The Walden Effect: Farming, simple living, permaculture, and invention.

Seed ball experiments

Seeds for seed ballsSo now that I've told you the hows and whys, I can finally share my own seed ball experiments.  My goal was to plant the summer and fall crops in the do-nothing grain area at the same time that I refreshed the clover population.  For our winter grain, I opted to switch over to rye, and my new summer grains include field corn, oilseed sunflowers, amaranth, and pearl millet.

I wanted to keep each type of summer grain separate, so I made four different mixtures --- sunflower/rye/clover, amaranth/rye/clover, millet/rye/clover, and field-corn/cowpeas/rye/clover.  You'll notice that the corn mixture is a little different since I added cowpeas to give this heavy feeder an extra dose of nitrogen.

Scattering seed ball mixtureI also wanted to know whether seed balls are really any better than the lower work method of just mixing up the ingredients and scattering the dirt/seed mixture amid the wheat stubble.  So, all told, I had eight experimental treatments --- corn/rye/clover balls, corn/rye/clover mixed into loose earth, etc.

Real conclusions will have to wait a few weeks, but I already have a few observations.  First, I haven't seen any wild birds chowing down on my seeds, which is a bit surprising since lots of seeds are visible on the outside of the seed balls and in the loose earth mixtures.  Even more exciting, the seeds are already sprouting!  Field corn may be a bit of a problem in a seed ball since the kernels are so large that they tend to fall out of the earth mixture and sit on the wheat stubble, but clover and pearl millet leaves are poking up through the dirt.  I have high hopes that the other seeds will soon follow suit.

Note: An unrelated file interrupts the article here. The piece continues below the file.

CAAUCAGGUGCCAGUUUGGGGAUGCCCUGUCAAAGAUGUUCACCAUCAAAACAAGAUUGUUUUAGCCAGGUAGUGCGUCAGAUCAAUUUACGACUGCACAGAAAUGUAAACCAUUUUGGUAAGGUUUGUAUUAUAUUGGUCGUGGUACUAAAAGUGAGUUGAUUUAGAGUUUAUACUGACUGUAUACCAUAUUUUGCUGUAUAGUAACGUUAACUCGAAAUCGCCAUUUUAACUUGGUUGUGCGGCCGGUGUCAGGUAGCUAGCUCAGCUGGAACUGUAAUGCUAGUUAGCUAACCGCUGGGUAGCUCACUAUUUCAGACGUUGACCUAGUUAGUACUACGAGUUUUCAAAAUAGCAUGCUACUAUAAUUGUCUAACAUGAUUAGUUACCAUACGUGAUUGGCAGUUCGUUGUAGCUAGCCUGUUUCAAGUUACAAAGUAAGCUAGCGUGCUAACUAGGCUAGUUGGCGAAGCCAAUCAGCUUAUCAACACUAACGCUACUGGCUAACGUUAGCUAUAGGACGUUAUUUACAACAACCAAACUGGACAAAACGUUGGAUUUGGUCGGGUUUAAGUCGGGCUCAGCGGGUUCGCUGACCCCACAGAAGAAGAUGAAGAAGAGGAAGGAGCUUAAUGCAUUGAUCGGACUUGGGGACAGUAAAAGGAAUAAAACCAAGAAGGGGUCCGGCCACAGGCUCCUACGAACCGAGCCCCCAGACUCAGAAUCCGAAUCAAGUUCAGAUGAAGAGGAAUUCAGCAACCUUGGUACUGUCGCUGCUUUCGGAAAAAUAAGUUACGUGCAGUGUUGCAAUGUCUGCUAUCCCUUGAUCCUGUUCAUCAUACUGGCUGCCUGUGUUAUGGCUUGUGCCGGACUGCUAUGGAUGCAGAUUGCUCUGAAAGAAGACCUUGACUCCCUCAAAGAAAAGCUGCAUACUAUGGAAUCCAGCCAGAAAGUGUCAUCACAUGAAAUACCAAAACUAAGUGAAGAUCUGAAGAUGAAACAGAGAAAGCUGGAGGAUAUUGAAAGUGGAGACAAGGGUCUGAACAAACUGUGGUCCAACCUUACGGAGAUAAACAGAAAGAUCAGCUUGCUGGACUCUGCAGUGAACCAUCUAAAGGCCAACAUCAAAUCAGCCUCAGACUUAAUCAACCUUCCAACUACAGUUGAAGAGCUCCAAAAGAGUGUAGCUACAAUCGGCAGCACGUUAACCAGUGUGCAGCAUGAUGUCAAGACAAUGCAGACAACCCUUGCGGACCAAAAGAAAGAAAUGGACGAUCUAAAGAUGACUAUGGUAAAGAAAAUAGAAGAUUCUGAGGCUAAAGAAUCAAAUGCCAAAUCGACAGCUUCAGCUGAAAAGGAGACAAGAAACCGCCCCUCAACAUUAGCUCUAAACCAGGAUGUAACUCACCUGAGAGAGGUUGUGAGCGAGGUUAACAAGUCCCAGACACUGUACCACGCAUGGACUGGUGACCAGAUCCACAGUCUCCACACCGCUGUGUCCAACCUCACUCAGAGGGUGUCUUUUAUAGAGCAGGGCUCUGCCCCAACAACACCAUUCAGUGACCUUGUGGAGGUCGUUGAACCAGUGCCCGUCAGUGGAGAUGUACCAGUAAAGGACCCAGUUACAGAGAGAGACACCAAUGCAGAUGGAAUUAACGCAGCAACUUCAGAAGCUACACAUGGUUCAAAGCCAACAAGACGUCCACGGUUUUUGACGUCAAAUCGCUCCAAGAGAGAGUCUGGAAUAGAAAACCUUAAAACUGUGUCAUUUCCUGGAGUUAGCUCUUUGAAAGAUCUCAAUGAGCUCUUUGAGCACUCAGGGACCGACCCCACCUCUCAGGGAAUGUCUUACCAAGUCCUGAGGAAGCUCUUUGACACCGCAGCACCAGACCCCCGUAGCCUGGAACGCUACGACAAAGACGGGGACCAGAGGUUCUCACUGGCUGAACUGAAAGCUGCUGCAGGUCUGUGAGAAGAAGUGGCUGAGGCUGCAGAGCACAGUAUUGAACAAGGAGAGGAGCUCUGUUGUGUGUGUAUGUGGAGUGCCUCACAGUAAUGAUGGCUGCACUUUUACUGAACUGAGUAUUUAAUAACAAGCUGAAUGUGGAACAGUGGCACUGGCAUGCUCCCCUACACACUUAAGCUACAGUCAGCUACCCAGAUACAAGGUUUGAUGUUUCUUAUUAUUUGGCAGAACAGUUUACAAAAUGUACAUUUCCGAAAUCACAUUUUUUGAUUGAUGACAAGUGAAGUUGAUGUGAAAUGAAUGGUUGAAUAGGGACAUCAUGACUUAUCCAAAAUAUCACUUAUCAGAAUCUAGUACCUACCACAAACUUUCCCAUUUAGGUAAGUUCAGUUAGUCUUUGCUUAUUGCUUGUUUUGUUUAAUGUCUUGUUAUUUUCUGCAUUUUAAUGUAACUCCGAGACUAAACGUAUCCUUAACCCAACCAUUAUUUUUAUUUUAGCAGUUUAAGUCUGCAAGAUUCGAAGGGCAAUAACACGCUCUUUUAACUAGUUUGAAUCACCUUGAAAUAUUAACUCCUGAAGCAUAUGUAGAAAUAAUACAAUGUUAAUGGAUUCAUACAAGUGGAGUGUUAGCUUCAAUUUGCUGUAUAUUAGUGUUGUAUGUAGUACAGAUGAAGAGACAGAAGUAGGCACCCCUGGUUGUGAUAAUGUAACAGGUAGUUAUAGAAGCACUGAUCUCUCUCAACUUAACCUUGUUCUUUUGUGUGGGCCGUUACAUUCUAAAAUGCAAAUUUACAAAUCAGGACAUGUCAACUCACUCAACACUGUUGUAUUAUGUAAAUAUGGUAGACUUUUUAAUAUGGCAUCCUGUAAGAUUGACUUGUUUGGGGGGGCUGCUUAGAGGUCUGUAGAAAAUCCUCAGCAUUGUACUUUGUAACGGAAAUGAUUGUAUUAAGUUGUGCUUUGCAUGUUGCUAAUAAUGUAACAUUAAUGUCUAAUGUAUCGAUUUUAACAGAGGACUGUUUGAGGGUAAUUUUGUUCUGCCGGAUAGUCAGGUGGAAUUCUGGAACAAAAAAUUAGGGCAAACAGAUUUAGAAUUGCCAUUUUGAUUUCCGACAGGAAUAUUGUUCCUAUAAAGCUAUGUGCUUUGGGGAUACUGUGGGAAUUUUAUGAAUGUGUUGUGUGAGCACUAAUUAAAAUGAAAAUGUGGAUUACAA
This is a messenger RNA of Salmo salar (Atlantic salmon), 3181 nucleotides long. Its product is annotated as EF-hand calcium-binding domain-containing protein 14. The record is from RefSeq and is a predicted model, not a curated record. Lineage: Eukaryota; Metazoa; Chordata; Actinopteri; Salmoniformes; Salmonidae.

Our 99 cent Weekend Homesteader series gives you tips to get started with homesteading the easy way.

This post is part of our Seed Ball lunchtime series.  Read all of the entries:

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About us: Anna Hess and Mark Hamilton spent over a decade living self-sufficiently in the mountains of Virginia before moving north to start over from scratch in the foothills of Ohio. They've experimented with permaculture, no-till gardening, trailersteading, home-based microbusinesses and much more, writing about their adventures in both blogs and books.

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